THE ruling Swapo Party has lost its overwhelming parliamentary dominance after gaining 63 seats in the National Assembly election - just short of a two-thirds majority that would have enabled the party to push through constitutional changes despite opposition from other parties.
President Hage Geingob won re-election with 56,3% of the votes cast in the presidential election - a fall of more than a third from his 87% share of the vote in 2014. Independent presidential candidate Panduleni Itula received 29,4% of the votes in the presidential election, ending in second place after Geingob.
The ruling party enjoyed an overwhelming majority in the National Assembly since 1994 and reached a high point of winning 77 out of 96 voting seats in the 2014 election.
A total of 820 227 votes were cast in this year's National Assembly election, according to results announced by the Electoral Commission of Namibia on Saturday evening.
Swapo received 536 861 of the votes, which is equivalent to 65,5% and earned the ruling party 63 of the voting seats in the National Assembly.
Coming in second is the Popular Democratic Movement (PDM), which gained 136 576 votes or 16,6% of the total number of votes cast.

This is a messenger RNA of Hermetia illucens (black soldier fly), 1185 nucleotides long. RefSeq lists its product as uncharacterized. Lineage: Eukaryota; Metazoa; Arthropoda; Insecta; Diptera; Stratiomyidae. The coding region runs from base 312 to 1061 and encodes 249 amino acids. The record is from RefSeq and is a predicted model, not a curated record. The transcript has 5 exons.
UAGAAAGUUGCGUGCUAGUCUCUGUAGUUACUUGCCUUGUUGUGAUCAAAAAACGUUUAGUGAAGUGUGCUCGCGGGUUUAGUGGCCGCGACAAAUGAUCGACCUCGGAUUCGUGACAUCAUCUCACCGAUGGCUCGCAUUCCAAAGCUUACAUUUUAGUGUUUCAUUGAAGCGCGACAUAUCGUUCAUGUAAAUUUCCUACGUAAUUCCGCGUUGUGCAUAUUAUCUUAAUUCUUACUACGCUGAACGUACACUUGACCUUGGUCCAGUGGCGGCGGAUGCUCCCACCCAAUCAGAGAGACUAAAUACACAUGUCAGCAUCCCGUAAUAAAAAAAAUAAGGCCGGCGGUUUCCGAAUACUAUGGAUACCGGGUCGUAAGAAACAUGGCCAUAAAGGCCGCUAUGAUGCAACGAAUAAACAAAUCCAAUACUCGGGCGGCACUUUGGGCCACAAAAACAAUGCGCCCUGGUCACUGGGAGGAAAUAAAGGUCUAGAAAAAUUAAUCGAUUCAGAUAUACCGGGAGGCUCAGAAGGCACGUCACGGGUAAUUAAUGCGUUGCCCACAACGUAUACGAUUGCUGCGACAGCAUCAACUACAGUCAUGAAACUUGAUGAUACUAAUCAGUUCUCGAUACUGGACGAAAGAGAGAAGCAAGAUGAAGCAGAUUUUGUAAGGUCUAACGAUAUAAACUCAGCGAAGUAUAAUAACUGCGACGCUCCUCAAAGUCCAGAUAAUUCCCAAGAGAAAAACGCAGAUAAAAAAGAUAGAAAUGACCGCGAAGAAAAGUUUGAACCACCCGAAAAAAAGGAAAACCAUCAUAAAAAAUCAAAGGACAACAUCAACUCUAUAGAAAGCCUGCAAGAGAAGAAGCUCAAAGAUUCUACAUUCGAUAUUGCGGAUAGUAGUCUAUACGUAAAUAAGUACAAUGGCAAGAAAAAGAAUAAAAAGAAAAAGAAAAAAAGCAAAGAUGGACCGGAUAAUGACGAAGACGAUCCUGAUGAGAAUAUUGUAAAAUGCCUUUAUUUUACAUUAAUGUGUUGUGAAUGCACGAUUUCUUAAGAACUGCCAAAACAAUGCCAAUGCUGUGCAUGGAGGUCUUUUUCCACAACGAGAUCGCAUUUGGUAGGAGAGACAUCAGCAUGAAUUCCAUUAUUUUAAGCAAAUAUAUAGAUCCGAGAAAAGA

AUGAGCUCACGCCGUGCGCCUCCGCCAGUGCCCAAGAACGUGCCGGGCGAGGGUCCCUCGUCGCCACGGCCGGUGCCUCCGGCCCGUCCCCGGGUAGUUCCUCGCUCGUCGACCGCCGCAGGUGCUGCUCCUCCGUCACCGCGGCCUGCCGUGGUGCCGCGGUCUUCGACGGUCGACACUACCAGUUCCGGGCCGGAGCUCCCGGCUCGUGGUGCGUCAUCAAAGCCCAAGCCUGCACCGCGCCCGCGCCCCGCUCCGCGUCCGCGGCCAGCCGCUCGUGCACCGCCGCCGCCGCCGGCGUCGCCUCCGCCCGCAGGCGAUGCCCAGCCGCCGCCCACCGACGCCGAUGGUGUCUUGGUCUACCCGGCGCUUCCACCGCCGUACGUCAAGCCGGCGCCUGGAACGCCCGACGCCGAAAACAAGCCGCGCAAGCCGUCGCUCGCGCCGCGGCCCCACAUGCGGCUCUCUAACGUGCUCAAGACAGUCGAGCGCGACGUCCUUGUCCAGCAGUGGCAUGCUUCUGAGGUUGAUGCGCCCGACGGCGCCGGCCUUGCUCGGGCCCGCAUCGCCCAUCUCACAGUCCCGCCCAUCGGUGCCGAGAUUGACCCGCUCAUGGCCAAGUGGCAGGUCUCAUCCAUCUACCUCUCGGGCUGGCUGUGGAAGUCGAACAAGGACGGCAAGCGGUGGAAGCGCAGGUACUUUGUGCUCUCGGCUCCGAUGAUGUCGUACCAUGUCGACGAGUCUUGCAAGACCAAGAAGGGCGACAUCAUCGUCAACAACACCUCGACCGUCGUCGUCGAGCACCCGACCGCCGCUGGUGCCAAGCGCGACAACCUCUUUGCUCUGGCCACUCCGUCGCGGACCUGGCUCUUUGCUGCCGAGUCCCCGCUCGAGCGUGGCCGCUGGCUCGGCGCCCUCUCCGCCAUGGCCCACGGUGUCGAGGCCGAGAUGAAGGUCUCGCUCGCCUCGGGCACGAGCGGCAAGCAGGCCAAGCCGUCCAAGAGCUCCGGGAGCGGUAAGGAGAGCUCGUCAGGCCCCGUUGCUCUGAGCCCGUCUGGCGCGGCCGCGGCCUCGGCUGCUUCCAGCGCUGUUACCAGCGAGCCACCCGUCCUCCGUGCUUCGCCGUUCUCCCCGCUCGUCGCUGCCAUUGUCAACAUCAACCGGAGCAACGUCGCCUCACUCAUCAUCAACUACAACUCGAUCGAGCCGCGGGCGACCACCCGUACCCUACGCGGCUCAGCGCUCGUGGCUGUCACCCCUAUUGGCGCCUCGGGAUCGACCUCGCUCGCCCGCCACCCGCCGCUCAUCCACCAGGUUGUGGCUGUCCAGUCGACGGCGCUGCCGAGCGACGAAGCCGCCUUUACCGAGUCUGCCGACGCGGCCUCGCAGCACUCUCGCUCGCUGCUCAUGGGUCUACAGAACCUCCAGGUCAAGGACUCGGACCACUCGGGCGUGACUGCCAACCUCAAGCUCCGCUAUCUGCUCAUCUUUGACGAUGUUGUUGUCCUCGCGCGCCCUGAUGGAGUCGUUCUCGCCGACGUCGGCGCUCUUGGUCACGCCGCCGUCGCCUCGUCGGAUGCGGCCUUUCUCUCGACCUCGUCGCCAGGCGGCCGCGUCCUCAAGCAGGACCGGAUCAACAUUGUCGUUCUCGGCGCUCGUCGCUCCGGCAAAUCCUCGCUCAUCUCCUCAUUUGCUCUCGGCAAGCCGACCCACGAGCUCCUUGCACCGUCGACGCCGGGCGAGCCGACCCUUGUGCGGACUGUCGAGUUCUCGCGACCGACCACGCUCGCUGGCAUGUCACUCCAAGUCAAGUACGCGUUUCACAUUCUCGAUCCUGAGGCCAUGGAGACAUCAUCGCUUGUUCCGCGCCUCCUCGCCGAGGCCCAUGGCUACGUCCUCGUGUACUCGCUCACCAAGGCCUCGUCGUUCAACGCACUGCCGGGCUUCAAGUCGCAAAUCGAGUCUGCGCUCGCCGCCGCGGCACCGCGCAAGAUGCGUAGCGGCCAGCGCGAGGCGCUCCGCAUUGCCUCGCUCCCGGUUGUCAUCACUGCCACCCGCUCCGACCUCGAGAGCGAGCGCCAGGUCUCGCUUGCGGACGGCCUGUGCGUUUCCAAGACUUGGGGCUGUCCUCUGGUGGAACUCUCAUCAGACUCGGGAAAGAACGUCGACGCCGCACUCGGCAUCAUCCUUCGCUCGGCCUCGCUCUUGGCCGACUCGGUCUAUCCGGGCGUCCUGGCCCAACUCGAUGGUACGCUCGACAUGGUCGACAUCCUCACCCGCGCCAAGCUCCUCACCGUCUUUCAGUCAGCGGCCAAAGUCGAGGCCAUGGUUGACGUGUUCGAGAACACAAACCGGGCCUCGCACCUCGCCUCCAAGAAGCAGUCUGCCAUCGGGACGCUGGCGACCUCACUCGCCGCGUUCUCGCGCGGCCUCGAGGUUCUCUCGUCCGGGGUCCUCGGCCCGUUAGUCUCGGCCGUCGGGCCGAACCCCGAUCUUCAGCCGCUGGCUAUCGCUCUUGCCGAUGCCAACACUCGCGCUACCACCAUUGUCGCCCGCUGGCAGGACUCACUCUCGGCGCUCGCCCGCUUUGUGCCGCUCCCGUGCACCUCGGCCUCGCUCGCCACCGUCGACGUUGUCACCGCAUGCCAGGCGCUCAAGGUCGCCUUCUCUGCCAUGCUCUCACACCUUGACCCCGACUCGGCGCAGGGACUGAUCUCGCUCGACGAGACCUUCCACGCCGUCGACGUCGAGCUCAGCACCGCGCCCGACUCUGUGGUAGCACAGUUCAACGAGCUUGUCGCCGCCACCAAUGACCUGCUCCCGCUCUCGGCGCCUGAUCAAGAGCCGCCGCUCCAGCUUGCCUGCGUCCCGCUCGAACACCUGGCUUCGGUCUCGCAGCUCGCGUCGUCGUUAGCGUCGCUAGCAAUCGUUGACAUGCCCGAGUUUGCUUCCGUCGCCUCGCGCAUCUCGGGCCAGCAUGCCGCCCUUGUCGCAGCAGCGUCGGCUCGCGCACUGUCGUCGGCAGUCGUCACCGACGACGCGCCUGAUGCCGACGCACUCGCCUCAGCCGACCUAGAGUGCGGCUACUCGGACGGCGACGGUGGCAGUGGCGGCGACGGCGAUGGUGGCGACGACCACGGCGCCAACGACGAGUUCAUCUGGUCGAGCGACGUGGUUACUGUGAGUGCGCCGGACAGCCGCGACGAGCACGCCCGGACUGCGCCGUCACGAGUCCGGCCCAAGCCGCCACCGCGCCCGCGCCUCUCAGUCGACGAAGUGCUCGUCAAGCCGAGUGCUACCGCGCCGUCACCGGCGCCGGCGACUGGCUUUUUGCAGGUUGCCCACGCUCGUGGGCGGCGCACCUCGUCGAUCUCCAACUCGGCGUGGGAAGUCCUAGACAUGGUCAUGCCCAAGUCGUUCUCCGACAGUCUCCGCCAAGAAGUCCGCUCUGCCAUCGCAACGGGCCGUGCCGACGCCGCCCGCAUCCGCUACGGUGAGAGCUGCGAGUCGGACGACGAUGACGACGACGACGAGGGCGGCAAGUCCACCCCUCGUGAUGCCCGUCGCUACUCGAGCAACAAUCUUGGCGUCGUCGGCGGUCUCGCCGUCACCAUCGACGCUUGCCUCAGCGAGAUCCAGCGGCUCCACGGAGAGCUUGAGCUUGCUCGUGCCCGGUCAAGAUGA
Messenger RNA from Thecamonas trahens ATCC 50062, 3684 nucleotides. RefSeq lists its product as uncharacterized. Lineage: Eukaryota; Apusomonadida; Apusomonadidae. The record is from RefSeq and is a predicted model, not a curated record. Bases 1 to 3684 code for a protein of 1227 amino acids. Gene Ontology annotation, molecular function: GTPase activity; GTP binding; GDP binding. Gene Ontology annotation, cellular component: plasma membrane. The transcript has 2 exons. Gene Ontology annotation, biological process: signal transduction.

The quota to qualify for a seat in the National Assembly was set at 8 544 votes.
Eleven out of the fifteen political parties that contested the National Assembly election won seats in parliament.
The Popular Democratic Movement (PDM) is the biggest winner with 16 seats, followed by new entrants the Landless People's Movement (LPM) with four seats.
The PDM won five seats in the National Assembly in the 2014 election.
Other political parties that gained seats in the National Assembly for the first time include the Christian Democratic Voice Party and the Namibia Economic Freedom Fighters (NEFF), which won one and two seats respectively.
The United Democratic Front (UDF), National Unity Democratic Organisation (Nudo), All People's Party and Republican Party won two seats each, while the Rally for Democracy and Progress (RDP) and Swanu scraped back into the National Assembly with one seat each.
The four parties that did not qualify for any seats in parliament are the former official opposition the Congress of Democrats, the Workers Revolutionary Party, the National Patriotic Front and the National Democratic Party.
In a short statement delivered after his re-election, Geingob downplayed the importance of a two-thirds majority in parliament, saying it could not prevent the National Assembly from passing important laws.
Geingob said the two-thirds majority can only be useful when deciding on crucial things such as amending the constitution.
PDM leader McHenry Venaani in an interview with The Namibian said it was good news that the two-thirds majority was broken.
"It will sanitise the politics of the country. It will sanitase the debate in the house, legislation and we will start listening to each other, because we are sitting with a government that doesn't listen to anyone," Venaani said.
*With additional reporting by Werner Menges